8 Body Language Cues That Can Get You Into Trouble
The wrong nonverbal cue might even get you killed.
Posted Dec 22, 2017
Unlike spoken or written communication, nonverbal communication is not a true language. Specific nonverbal cues are often open to interpretation (or misinterpretation) by others. So, be careful with these potentially dangerous body language cues:
1. Gaze: “Be careful where you look."
This seems obvious, but we are sometimes oblivious to where our eyes are focused. A female colleague once pointed this out to me, saying, "The boss never looks me in the eye – he’s always making eye-to-breast contact.”
2. Touch: “Don’t touch me there.”
Touching another person can indicate closeness and intimacy, or signal sympathy or concern (e.g., a pat on the hand or shoulder). But an innocent touch can also be misinterpreted by others as crossing the line, sexually, or as a put-down or show of dominance. Touch others with care and forethought.
3. Yawning: “Didn't you get enough sleep?”
This happened to me while talking with a colleague. I let out a suppressed yawn — in my defense, I hadn’t been getting enough sleep — and her immediate response was, “Am I boring you?” My apology was awkward.
4. Handshake: “Limp and clammy.”
Your handshake is especially important in a job interview or when meeting new people. Handshakes should be firm, but not too firm. A limp handshake can signal disinterest. Coupled with sweaty palms, it can lead to a truly bad first impression.
5. Personal Space: “Stay out of my bubble.”
We all carry a “bubble” of personal space round us – a comfort zone that others should stay out of, unless we give them permission to enter. Getting too close to someone can make them uncomfortable, and even angry (“Get out of my space!”).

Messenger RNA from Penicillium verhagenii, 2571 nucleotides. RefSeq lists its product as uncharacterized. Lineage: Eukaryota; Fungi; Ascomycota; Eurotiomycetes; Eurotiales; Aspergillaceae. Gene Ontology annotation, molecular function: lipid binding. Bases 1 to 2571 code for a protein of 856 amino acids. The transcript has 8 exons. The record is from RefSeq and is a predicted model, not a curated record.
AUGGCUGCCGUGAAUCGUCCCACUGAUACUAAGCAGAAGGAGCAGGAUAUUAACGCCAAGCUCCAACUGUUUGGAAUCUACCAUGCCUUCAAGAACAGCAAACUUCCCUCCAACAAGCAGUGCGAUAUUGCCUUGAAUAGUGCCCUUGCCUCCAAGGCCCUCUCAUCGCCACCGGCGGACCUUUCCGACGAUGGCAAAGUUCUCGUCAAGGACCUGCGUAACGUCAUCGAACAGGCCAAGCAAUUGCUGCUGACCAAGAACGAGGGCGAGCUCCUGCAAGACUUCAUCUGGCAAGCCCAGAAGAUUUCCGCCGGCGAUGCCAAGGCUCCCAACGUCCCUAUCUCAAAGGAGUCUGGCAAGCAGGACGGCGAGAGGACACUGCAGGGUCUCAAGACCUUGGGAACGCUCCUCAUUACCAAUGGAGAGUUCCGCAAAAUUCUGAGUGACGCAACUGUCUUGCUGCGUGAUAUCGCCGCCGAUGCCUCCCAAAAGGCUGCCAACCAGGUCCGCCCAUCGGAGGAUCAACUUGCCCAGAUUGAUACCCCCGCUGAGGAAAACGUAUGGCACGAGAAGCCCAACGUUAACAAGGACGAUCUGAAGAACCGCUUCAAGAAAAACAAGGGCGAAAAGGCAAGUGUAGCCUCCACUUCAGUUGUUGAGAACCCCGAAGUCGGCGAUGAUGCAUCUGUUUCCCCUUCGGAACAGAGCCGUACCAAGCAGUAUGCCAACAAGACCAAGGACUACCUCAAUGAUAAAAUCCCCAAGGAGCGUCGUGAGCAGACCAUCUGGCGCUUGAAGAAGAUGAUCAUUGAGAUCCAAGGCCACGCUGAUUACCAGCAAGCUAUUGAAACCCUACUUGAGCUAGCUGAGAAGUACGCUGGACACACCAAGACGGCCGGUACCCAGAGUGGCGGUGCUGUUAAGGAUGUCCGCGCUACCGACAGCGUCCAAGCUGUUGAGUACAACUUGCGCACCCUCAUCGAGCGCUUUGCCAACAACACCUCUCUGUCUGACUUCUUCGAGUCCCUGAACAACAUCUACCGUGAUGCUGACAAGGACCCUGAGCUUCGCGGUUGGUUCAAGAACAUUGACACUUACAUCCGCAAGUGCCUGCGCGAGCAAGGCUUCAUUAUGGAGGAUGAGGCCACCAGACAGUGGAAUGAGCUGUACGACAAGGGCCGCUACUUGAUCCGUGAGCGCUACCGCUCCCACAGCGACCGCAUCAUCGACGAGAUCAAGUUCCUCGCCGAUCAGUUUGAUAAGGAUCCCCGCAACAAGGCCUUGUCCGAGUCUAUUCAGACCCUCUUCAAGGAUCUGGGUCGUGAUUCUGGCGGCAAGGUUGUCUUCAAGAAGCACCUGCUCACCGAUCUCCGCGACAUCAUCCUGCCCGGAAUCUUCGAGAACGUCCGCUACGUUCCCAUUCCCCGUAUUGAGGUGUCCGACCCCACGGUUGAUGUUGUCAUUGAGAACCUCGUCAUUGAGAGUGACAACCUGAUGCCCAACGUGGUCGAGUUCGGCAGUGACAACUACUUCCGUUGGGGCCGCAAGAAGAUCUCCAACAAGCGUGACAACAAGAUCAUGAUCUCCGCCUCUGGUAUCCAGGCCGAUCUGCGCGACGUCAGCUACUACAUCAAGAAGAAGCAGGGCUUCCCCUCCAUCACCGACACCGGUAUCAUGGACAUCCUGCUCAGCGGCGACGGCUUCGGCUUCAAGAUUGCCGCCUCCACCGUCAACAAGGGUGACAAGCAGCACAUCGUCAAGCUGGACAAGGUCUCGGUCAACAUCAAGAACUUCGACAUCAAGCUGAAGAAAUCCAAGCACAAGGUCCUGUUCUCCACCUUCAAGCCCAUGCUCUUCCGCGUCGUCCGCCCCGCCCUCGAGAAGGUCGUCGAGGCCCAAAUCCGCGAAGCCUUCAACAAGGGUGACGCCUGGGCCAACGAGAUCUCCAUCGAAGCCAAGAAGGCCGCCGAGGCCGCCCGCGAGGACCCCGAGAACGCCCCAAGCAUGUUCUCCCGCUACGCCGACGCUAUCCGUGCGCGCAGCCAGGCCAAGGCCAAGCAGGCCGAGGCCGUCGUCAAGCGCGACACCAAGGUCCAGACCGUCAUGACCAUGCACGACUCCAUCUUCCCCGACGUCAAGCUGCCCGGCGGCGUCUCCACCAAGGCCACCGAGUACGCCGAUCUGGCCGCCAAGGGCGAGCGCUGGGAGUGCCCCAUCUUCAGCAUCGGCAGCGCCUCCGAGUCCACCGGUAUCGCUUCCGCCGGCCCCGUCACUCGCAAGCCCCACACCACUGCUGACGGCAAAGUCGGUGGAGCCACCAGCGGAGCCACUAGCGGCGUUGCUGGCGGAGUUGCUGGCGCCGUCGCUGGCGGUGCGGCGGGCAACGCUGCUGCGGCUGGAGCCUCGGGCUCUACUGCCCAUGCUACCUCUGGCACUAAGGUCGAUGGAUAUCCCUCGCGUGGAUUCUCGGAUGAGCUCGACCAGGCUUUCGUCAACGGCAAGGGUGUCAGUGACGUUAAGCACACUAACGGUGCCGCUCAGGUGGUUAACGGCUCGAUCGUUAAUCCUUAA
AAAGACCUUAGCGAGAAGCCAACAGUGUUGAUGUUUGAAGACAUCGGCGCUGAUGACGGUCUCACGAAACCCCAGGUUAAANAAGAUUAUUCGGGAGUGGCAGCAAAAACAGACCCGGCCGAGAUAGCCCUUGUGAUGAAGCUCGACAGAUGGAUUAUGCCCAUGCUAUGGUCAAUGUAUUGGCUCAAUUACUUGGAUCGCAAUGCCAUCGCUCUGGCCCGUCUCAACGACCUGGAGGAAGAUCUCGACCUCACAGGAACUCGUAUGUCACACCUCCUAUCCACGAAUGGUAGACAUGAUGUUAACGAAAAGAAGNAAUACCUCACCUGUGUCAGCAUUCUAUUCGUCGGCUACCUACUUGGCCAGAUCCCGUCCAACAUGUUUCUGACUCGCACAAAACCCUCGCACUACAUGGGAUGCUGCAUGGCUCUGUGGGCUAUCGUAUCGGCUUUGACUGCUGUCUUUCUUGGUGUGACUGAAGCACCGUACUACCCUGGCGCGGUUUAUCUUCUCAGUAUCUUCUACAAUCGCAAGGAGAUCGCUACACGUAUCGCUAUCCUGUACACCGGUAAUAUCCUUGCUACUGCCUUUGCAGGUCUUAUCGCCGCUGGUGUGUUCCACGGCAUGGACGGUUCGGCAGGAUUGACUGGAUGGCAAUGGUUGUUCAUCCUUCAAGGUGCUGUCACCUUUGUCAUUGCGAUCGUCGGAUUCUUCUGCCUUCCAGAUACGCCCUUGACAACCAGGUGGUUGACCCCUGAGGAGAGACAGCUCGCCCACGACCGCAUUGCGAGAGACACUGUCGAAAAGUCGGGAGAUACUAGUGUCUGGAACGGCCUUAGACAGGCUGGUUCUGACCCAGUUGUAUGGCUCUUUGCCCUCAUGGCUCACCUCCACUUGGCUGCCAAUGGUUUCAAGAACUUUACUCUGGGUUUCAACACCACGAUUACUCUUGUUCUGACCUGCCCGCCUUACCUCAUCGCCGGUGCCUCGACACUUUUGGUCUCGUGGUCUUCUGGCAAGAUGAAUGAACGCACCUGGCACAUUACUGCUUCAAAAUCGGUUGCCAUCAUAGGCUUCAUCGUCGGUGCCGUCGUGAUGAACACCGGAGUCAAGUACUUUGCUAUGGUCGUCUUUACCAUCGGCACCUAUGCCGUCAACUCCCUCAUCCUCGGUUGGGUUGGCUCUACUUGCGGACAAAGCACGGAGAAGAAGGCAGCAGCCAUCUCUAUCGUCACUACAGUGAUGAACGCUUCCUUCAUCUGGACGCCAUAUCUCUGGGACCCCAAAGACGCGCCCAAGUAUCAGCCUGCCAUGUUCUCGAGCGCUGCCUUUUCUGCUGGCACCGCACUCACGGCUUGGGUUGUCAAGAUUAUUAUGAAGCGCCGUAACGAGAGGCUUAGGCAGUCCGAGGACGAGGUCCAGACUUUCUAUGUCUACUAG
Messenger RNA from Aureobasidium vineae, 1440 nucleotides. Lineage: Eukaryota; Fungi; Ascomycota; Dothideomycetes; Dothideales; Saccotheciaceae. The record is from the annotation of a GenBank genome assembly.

6. Smiling: “What are you smiling at?”
Smiles are tricky, and are often open to interpretation by others. A smile at the wrong time might be interpreted as ridiculing someone. Research also shows that men often misinterpret women’s innocent smiles as flirtatious. Again, when it comes to smiling, like gaze, be aware of the nonverbal cues you send to others, and the context.
7. Self-touching: “Don’t keep your hands to yourself”
Rubbing or “wringing” your hands, and other forms of self-touching can be interpreted by others as signs of discomfort or nervousness. And be careful about self-grooming. A famous Seinfeld episode has Jerry scratching his nose as his girlfriend views him from the side. “No pick! No pick!” Jerry yells, when he realizes what it looked like from her angle.
8. Gestures: “What did you just say to me?”
Some gestures, like words, have meaning, such as giving someone the finger. Be aware, however, that seemingly innocent gestures in one culture may have a totally different meaning in another culture. Our "thumbs up" or “OK” gestures may be obscene in another culture and even constitute “fighting words.”
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